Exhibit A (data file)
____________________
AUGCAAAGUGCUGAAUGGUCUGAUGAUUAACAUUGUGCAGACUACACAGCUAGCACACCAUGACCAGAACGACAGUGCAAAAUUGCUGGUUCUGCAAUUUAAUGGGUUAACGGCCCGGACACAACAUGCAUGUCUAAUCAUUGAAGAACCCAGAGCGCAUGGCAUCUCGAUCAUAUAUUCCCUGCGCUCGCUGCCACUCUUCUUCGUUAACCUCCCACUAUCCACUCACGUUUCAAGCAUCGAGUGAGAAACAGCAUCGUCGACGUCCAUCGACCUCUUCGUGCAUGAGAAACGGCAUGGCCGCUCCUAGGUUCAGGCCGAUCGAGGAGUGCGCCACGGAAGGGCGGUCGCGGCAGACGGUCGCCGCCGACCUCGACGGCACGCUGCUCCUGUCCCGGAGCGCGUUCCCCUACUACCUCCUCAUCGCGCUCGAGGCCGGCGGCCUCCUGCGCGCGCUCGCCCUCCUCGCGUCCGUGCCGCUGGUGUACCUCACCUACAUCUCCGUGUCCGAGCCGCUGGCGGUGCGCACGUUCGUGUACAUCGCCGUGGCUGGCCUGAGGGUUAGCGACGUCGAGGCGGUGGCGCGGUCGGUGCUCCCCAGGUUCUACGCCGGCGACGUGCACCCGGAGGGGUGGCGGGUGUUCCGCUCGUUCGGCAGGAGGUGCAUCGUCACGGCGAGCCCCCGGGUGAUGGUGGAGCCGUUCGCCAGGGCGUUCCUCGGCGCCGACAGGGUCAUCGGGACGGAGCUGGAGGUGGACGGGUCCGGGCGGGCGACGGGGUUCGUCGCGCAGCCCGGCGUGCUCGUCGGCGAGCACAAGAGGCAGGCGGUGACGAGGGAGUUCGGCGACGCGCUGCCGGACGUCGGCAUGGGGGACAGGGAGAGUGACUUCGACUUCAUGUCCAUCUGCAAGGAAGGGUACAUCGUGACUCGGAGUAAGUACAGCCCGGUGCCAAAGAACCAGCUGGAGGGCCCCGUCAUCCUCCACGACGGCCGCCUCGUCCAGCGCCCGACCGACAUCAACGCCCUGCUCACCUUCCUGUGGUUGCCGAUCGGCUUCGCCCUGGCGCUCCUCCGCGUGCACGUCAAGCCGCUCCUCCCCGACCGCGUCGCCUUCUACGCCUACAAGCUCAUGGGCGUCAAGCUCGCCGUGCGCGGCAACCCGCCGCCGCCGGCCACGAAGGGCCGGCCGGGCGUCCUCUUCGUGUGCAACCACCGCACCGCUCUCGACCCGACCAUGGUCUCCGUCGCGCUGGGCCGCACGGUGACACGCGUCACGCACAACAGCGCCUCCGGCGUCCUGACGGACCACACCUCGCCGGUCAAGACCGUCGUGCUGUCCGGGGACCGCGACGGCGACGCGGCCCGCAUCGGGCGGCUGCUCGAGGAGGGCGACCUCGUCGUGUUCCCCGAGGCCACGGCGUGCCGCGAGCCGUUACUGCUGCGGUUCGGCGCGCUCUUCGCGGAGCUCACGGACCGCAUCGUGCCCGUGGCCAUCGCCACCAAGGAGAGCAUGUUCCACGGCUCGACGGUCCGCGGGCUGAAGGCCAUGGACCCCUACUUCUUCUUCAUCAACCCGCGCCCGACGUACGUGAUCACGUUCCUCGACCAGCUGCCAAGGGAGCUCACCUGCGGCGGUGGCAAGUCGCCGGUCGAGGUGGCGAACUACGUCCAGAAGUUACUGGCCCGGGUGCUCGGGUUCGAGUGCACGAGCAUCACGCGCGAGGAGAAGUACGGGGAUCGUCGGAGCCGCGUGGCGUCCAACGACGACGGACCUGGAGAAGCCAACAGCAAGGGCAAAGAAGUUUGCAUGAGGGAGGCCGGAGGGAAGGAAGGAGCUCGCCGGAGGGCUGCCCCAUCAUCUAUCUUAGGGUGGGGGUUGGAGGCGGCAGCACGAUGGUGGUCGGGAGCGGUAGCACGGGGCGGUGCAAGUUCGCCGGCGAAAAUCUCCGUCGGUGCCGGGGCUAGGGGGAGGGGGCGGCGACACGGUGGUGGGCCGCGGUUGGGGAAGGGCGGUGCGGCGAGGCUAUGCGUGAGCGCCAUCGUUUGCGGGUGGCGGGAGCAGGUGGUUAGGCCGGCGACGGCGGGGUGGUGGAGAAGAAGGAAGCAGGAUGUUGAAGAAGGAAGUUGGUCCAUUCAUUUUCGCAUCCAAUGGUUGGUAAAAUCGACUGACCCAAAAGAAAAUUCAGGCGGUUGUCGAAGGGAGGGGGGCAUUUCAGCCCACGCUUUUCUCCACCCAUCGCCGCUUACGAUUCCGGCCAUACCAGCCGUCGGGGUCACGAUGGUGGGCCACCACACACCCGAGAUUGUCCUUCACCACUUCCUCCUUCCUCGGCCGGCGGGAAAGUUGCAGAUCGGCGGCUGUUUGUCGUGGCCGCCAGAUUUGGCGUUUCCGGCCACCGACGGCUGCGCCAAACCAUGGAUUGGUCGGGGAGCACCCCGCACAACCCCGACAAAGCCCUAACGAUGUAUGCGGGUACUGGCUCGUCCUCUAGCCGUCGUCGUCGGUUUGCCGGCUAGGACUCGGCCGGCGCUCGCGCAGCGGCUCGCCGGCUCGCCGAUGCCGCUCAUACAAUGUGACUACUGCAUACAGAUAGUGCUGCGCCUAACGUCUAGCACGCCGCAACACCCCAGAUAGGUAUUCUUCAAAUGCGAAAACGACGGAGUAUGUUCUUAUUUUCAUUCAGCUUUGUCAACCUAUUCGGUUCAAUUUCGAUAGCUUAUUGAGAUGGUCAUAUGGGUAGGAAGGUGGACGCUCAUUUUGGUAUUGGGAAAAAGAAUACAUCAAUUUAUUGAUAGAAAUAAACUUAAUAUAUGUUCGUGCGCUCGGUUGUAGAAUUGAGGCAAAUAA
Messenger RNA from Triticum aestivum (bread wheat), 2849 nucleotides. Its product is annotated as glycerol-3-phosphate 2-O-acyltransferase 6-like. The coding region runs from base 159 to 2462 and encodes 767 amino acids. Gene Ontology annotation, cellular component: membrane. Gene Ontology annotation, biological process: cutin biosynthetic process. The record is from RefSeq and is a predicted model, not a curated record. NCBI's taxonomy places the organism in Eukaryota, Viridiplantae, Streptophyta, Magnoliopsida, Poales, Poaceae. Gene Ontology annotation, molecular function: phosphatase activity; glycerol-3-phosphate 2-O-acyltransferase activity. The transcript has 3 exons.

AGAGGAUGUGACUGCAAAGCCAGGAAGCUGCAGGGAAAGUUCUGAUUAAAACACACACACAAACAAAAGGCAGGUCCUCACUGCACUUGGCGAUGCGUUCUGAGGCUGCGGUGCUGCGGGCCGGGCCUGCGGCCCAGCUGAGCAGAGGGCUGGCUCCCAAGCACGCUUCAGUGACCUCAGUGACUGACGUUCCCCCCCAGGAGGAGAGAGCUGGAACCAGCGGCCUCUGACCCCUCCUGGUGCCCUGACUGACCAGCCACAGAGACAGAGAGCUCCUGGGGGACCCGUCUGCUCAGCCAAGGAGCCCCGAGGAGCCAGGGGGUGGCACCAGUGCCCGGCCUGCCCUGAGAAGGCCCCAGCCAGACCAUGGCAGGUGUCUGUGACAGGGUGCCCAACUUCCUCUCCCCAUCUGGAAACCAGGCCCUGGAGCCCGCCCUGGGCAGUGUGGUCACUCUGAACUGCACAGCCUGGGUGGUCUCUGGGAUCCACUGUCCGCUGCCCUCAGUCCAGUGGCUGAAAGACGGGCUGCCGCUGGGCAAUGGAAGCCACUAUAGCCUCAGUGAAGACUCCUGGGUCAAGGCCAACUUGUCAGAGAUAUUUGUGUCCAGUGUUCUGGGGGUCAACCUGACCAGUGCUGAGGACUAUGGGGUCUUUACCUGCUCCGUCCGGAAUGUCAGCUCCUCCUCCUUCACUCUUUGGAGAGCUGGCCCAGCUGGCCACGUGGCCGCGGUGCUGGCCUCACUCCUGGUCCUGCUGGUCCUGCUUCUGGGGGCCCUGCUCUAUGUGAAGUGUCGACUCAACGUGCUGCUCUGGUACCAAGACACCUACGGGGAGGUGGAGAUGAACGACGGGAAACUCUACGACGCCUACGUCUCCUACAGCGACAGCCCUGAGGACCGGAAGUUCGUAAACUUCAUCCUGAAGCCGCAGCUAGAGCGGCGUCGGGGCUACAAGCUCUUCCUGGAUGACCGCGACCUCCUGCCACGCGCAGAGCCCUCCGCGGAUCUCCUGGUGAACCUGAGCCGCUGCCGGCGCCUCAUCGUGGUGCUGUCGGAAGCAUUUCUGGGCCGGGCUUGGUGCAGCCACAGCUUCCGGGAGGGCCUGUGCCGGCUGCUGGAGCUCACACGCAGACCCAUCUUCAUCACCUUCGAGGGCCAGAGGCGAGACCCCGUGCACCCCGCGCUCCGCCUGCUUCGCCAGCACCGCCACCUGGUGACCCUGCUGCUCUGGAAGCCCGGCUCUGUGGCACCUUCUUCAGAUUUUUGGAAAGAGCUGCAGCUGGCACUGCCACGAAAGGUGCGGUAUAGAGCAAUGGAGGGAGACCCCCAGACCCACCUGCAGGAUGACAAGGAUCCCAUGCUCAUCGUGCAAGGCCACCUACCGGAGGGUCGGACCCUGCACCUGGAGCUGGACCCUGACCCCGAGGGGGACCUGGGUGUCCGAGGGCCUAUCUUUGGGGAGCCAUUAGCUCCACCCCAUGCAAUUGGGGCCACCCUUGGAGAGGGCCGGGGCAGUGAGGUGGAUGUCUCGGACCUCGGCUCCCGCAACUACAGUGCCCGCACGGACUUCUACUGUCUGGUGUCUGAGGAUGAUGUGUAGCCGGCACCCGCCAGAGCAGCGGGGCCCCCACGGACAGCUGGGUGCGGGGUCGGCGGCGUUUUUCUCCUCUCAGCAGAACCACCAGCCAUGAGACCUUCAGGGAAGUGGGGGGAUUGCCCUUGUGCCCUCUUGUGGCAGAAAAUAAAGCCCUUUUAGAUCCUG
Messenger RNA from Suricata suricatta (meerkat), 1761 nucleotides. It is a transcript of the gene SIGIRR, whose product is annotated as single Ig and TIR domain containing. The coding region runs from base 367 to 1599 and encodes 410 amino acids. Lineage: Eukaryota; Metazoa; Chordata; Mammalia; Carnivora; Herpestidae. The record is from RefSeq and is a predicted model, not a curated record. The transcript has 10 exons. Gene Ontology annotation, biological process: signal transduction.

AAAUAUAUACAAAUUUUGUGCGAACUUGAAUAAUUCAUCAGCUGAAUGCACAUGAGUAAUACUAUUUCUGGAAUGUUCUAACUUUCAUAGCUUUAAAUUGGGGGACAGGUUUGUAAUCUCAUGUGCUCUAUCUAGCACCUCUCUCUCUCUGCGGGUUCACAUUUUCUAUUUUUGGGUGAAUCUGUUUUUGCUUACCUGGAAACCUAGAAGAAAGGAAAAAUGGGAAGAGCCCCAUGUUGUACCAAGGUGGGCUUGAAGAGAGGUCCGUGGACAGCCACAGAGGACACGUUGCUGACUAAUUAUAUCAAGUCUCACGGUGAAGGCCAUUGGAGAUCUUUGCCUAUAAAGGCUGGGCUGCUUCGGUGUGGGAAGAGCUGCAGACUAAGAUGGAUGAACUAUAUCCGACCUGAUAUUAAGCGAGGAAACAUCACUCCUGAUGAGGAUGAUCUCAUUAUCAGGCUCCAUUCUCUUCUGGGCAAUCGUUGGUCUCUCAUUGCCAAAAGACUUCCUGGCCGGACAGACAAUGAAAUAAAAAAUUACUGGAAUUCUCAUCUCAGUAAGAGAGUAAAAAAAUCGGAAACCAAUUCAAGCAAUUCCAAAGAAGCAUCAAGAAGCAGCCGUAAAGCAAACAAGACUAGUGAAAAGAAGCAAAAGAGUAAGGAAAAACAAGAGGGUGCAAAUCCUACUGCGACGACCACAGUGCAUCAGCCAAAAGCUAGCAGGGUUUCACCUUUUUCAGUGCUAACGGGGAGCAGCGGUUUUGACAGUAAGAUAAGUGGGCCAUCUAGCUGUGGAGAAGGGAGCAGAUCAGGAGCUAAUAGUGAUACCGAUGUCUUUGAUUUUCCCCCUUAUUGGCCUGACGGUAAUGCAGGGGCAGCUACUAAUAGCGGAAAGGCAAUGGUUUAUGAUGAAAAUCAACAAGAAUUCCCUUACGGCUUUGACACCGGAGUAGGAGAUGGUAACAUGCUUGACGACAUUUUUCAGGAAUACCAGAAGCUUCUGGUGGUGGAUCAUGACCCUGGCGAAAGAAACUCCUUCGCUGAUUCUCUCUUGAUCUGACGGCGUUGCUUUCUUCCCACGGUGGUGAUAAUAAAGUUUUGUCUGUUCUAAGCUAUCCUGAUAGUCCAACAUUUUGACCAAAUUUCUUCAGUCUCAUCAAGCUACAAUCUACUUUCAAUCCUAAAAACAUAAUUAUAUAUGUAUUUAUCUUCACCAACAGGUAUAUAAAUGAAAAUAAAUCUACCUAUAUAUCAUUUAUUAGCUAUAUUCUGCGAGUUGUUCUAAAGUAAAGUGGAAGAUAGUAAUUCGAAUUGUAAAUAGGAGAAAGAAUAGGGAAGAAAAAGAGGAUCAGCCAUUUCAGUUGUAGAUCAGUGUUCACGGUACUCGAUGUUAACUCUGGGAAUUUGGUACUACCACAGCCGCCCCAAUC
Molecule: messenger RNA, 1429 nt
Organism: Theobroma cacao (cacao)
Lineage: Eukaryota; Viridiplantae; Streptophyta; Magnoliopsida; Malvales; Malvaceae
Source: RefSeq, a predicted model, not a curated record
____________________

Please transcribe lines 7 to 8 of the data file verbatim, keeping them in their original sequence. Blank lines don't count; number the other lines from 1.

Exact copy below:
Organism: Theobroma cacao (cacao)
Lineage: Eukaryota; Viridiplantae; Streptophyta; Magnoliopsida; Malvales; Malvaceae